Cambodian Journalists Alliance Association

Seven former CNRP members allowed to join politics again

Kem Sokha’s Cabinet Chief Muth Chantha (R), and Kem Sokha wait to meet visitors, in Phnom Penh, November 11, 2019. CamboJA/ Pring Samrang
Kem Sokha’s Cabinet Chief Muth Chantha (R), and Kem Sokha wait to meet visitors, in Phnom Penh, November 11, 2019. CamboJA/ Pring Samrang

Seven more former members of the Cambodia National Rescue Party have been permitted to reenter politics, according to a royal decree issued Sunday, in a move that one senior opposition official said was aimed at legitimizing future elections.

The opposition party was dissolved by the Supreme Court in November 2017 and118 party members were barred from participating in politics for five years. The dissolution came two months after the arrest of party president Kem Sokha on treason allegations and by the end of 2020, around 350 members had faced arrests, charges, detentions and summons.

But the government also created a mechanism to permit opposition members to return to politics upon request, which some party leaders maintain have come through coercion. Thus far, 22 former members have had their political rights restored. Some have joined the ruling Cambodian People’s Party, and others have helped form or join three new political parties.

The seven members most recently “rehabilitated” are all close associates of Sokha and formerly members of his Human Rights Party, which he founded in 2007 before merging it with the Sam Rainsy Party in 2012 to form the CNRP.

Muth Chantha, Sokha’s former cabinet chief, declined to comment due to a health issue. The other six members, which include former party spokesman and lawmaker Yem Ponhearith, could not be reached for comment.

Meach Sovannara, a former senior opposition official, said the bans were being lifted as part of a broader political strategy by the CPP, seeking to legitimize the 2022 commune and 2023 national elections.

He took aim at those who requested the pardon, saying they should continue to support their party “parents,” Sokha and Rainsy.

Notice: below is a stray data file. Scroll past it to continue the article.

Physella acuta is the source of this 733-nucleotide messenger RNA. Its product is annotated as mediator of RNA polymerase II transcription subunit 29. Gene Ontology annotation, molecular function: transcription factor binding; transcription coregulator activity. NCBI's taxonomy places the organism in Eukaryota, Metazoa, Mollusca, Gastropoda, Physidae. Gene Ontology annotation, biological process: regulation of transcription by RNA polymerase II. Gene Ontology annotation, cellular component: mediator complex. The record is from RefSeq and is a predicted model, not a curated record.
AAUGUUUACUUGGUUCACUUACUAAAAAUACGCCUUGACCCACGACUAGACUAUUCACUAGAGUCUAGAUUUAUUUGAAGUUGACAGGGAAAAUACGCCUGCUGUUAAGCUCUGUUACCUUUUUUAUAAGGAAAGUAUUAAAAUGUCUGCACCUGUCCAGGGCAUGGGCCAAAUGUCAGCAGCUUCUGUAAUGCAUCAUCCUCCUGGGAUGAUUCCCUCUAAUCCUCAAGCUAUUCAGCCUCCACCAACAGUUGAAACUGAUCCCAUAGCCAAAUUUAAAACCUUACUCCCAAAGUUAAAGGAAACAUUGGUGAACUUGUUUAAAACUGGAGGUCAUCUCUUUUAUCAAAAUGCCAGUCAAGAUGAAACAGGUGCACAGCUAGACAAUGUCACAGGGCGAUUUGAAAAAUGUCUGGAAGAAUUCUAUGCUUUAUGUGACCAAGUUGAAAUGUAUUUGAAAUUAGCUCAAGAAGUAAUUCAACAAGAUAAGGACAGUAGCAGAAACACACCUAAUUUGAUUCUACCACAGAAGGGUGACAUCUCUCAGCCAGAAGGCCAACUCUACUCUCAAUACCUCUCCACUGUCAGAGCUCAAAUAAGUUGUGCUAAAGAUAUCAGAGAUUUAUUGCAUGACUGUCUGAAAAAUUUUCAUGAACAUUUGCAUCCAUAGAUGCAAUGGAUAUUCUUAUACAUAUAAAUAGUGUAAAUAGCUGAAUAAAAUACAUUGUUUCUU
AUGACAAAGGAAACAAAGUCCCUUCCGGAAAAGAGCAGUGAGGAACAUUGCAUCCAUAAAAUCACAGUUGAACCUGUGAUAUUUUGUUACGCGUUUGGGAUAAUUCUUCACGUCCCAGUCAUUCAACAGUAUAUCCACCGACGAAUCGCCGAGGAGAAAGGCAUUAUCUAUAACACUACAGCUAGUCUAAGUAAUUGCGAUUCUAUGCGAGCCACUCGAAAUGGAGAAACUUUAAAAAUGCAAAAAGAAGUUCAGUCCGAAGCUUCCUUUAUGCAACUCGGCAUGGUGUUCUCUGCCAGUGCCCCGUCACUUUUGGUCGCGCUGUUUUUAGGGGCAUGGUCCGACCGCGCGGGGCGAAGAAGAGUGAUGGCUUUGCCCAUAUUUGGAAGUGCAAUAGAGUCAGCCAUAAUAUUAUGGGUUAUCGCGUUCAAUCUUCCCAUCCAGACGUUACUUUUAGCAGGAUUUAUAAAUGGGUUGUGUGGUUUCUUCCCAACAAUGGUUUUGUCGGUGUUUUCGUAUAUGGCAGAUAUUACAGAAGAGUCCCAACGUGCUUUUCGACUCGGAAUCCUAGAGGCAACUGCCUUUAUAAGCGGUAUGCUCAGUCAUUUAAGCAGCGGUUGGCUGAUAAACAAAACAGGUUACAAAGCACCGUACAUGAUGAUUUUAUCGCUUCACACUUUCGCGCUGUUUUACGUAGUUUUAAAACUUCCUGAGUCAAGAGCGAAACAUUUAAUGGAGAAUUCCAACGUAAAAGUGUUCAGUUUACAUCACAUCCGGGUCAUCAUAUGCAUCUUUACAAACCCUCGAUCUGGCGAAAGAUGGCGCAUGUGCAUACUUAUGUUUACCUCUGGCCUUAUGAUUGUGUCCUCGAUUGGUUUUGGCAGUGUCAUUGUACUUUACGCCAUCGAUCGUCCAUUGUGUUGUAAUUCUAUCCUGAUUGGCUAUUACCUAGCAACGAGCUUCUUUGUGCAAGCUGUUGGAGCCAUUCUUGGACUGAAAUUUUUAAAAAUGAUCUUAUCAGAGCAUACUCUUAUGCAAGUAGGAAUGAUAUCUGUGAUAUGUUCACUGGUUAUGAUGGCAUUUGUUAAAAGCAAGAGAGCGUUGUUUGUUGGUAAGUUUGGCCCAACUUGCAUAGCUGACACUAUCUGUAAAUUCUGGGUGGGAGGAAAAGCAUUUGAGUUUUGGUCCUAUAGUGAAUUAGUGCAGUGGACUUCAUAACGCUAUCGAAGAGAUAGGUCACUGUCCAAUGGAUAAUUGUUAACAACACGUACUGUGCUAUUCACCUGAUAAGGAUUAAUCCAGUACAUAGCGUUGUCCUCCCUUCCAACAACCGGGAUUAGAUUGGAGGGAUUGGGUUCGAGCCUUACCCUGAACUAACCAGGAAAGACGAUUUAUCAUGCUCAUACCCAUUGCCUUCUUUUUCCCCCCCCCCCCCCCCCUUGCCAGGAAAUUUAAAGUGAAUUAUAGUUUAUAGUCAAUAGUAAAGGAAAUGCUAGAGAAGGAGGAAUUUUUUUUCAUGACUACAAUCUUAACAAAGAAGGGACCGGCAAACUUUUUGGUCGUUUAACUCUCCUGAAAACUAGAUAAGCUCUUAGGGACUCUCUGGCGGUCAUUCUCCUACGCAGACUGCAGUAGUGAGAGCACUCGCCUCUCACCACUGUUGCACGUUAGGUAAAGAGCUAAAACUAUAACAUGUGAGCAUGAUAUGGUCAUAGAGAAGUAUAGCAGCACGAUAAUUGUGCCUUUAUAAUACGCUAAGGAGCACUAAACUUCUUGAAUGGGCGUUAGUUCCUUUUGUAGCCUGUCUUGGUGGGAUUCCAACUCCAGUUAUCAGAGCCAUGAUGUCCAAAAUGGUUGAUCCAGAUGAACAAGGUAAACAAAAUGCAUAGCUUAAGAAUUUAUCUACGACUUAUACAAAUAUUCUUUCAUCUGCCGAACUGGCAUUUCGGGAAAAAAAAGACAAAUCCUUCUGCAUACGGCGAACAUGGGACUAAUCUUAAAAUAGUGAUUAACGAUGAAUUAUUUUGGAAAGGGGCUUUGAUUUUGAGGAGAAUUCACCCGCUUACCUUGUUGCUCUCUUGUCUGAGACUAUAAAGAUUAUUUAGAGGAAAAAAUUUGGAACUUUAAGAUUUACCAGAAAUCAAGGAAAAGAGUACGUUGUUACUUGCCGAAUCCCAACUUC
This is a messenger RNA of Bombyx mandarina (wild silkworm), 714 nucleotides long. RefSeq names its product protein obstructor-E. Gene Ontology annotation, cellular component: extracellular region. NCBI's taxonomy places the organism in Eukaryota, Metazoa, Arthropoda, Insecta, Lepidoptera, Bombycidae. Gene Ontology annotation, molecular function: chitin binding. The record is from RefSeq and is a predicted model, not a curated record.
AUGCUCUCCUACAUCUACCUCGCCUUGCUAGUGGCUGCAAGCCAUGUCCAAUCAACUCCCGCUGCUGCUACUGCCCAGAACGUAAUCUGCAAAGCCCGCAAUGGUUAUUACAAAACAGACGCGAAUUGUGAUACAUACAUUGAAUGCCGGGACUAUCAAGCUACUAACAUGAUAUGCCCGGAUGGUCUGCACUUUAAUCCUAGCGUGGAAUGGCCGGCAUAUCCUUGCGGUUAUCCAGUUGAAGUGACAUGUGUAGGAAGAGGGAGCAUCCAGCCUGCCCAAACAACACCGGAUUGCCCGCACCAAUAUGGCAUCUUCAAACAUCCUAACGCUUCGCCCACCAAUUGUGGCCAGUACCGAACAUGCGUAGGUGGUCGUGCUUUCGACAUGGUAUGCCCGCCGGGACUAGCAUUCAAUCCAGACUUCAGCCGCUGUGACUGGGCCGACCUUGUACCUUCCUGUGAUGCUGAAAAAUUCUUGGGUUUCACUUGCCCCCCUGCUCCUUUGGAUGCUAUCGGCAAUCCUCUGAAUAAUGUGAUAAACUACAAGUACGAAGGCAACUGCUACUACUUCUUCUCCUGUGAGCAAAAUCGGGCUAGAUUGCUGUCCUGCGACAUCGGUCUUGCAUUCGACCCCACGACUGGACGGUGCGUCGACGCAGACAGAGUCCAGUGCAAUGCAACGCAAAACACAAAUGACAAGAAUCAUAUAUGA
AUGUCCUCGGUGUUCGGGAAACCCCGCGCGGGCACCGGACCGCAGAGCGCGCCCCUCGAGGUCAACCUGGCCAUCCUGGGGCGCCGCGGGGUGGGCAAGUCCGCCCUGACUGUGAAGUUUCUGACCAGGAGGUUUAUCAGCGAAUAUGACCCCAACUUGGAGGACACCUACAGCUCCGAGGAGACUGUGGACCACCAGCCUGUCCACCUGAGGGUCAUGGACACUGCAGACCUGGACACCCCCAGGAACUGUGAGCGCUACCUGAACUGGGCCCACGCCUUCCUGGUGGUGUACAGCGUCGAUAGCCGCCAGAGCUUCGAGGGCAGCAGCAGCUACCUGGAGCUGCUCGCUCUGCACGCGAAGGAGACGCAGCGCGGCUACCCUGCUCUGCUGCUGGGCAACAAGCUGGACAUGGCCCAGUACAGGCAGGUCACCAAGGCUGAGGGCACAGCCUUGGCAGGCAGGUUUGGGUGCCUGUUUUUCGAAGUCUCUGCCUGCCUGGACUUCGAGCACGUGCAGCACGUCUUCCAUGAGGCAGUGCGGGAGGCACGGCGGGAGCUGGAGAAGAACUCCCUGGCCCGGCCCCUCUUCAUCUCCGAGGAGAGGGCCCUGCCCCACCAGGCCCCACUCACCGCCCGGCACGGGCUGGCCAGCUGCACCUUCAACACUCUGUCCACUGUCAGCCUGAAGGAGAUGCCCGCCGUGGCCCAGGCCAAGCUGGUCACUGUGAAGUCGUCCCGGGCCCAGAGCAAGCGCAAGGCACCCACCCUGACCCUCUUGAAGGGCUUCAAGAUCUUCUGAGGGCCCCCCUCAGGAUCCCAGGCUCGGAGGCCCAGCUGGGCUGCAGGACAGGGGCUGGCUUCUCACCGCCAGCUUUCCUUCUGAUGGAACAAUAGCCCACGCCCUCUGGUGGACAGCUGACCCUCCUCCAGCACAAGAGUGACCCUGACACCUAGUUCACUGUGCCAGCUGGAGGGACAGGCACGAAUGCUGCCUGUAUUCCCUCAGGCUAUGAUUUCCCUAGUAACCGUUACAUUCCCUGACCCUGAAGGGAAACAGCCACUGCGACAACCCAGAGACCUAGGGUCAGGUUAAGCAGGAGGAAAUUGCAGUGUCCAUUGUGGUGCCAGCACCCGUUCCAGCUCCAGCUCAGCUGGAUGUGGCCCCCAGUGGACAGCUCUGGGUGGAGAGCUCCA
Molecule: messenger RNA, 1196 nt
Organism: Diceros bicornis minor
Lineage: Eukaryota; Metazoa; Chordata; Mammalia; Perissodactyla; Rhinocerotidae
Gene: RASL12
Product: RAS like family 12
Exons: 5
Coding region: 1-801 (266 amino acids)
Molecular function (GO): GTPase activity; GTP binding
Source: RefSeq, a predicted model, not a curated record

“If they remained loyal they should find any means to stay with our parents,” he said.

“For my opinion, maybe they think about their livelihood or they want to create a new political party,” he said.

Sokha stands accused of colluding with the US and other foreign powers to topple the Cambodian government. He spent one year in prison and another year under house arrest. His hearing was suspended in March 2020, due to concerns over the pandemic, and the Phnom Penh Municipal Court still has not set a new date, leaving him in legal limbo.

Pa Chanroeun, president of the Cambodian Institute for Democracy, said he thought the bans being lifted was good in that it allowed the individual members to return to politics.

“But I do not see it easing the political situation,” he added, noting that Prime Minister Hun Sen and opposition leader Sam Rainsy still frequently publicly attack one another, suggesting little chance of a return for the CNRP. “Obviously, freedom of politics and civic spaces are still severely restricted,” Chanroeun said, adding that he doubted a truly outspoken government critic would be allowed to return to politics.

Sok Eysan, spokesman for the ruling CPP, said he welcomed the lifting of the ban on the CNRP members, and denied that CPP pressured them in any way.

“I think it is their political right,” he said.

Eysan said that the former CNRP members inside Cambodia likely requested a lifting of the ban because they recognized that the opposition party wouldn’t be reinstated and that they had been “cheated” by “outside rebels” who had failed to return the country, an apparent jab at Rainsy and several other CNRP officials who remain in self-exile to avoid what many consider to be politically motivated charges.

Eysan also denied that the bans had been lifted amid international pressure. Last August, the EU withdrew some of Cambodia’s trade preferences under the ‘Everything But Arms’ tariff-free agreement. In a statement, the EU noted that preferential access would be restored only if Cambodia brings back a “credible” democratic opposition, among other demands.

“Cambodia has a good situation,” said Eysan. “If [the international community] is not happy with us, they remain [able] to accuse us of violating human rights or backtracking in democracy,” he said.